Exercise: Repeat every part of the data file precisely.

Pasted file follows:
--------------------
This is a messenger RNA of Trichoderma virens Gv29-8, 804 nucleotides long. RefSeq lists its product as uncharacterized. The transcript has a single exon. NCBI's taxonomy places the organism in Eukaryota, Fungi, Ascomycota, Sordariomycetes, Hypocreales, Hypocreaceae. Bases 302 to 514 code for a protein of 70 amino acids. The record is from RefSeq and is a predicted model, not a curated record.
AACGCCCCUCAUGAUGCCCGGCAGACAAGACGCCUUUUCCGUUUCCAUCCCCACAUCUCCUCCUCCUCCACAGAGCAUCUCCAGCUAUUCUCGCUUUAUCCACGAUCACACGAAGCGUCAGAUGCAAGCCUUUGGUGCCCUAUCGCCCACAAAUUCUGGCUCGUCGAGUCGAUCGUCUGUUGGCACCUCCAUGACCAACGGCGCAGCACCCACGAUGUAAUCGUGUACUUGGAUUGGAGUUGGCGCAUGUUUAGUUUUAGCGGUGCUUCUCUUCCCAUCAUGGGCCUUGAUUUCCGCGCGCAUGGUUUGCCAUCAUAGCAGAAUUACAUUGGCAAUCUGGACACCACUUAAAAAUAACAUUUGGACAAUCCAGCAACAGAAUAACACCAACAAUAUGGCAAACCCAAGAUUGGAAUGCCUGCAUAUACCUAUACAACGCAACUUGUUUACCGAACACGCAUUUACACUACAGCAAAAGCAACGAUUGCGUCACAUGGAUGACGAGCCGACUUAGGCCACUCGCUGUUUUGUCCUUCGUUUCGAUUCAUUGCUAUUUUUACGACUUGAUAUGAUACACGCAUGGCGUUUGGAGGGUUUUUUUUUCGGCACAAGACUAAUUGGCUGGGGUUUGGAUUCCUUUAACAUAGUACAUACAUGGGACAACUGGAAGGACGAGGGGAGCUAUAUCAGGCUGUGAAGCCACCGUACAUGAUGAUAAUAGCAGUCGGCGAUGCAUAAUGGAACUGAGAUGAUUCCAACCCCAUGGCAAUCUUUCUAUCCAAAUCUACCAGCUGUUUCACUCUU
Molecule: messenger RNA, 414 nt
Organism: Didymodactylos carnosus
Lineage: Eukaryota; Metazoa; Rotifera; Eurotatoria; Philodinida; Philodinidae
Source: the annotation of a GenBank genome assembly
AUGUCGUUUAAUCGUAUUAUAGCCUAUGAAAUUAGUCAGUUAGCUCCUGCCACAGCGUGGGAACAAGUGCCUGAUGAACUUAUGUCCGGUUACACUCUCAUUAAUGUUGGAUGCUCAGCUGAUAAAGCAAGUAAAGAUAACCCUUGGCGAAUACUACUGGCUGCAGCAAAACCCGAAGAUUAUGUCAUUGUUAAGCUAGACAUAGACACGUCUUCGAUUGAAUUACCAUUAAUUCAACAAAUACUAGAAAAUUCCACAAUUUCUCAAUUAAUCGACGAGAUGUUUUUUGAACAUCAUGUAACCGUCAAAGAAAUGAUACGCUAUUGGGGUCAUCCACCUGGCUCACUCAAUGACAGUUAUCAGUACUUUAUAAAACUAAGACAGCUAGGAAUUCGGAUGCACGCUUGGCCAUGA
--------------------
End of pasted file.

This is a messenger RNA of Trichoderma virens Gv29-8, 804 nucleotides long. RefSeq lists its product as uncharacterized. The transcript has a single exon. NCBI's taxonomy places the organism in Eukaryota, Fungi, Ascomycota, Sordariomycetes, Hypocreales, Hypocreaceae. Bases 302 to 514 code for a protein of 70 amino acids. The record is from RefSeq and is a predicted model, not a curated record.
AACGCCCCUCAUGAUGCCCGGCAGACAAGACGCCUUUUCCGUUUCCAUCCCCACAUCUCCUCCUCCUCCACAGAGCAUCUCCAGCUAUUCUCGCUUUAUCCACGAUCACACGAAGCGUCAGAUGCAAGCCUUUGGUGCCCUAUCGCCCACAAAUUCUGGCUCGUCGAGUCGAUCGUCUGUUGGCACCUCCAUGACCAACGGCGCAGCACCCACGAUGUAAUCGUGUACUUGGAUUGGAGUUGGCGCAUGUUUAGUUUUAGCGGUGCUUCUCUUCCCAUCAUGGGCCUUGAUUUCCGCGCGCAUGGUUUGCCAUCAUAGCAGAAUUACAUUGGCAAUCUGGACACCACUUAAAAAUAACAUUUGGACAAUCCAGCAACAGAAUAACACCAACAAUAUGGCAAACCCAAGAUUGGAAUGCCUGCAUAUACCUAUACAACGCAACUUGUUUACCGAACACGCAUUUACACUACAGCAAAAGCAACGAUUGCGUCACAUGGAUGACGAGCCGACUUAGGCCACUCGCUGUUUUGUCCUUCGUUUCGAUUCAUUGCUAUUUUUACGACUUGAUAUGAUACACGCAUGGCGUUUGGAGGGUUUUUUUUUCGGCACAAGACUAAUUGGCUGGGGUUUGGAUUCCUUUAACAUAGUACAUACAUGGGACAACUGGAAGGACGAGGGGAGCUAUAUCAGGCUGUGAAGCCACCGUACAUGAUGAUAAUAGCAGUCGGCGAUGCAUAAUGGAACUGAGAUGAUUCCAACCCCAUGGCAAUCUUUCUAUCCAAAUCUACCAGCUGUUUCACUCUU
Molecule: messenger RNA, 414 nt
Organism: Didymodactylos carnosus
Lineage: Eukaryota; Metazoa; Rotifera; Eurotatoria; Philodinida; Philodinidae
Source: the annotation of a GenBank genome assembly
AUGUCGUUUAAUCGUAUUAUAGCCUAUGAAAUUAGUCAGUUAGCUCCUGCCACAGCGUGGGAACAAGUGCCUGAUGAACUUAUGUCCGGUUACACUCUCAUUAAUGUUGGAUGCUCAGCUGAUAAAGCAAGUAAAGAUAACCCUUGGCGAAUACUACUGGCUGCAGCAAAACCCGAAGAUUAUGUCAUUGUUAAGCUAGACAUAGACACGUCUUCGAUUGAAUUACCAUUAAUUCAACAAAUACUAGAAAAUUCCACAAUUUCUCAAUUAAUCGACGAGAUGUUUUUUGAACAUCAUGUAACCGUCAAAGAAAUGAUACGCUAUUGGGGUCAUCCACCUGGCUCACUCAAUGACAGUUAUCAGUACUUUAUAAAACUAAGACAGCUAGGAAUUCGGAUGCACGCUUGGCCAUGA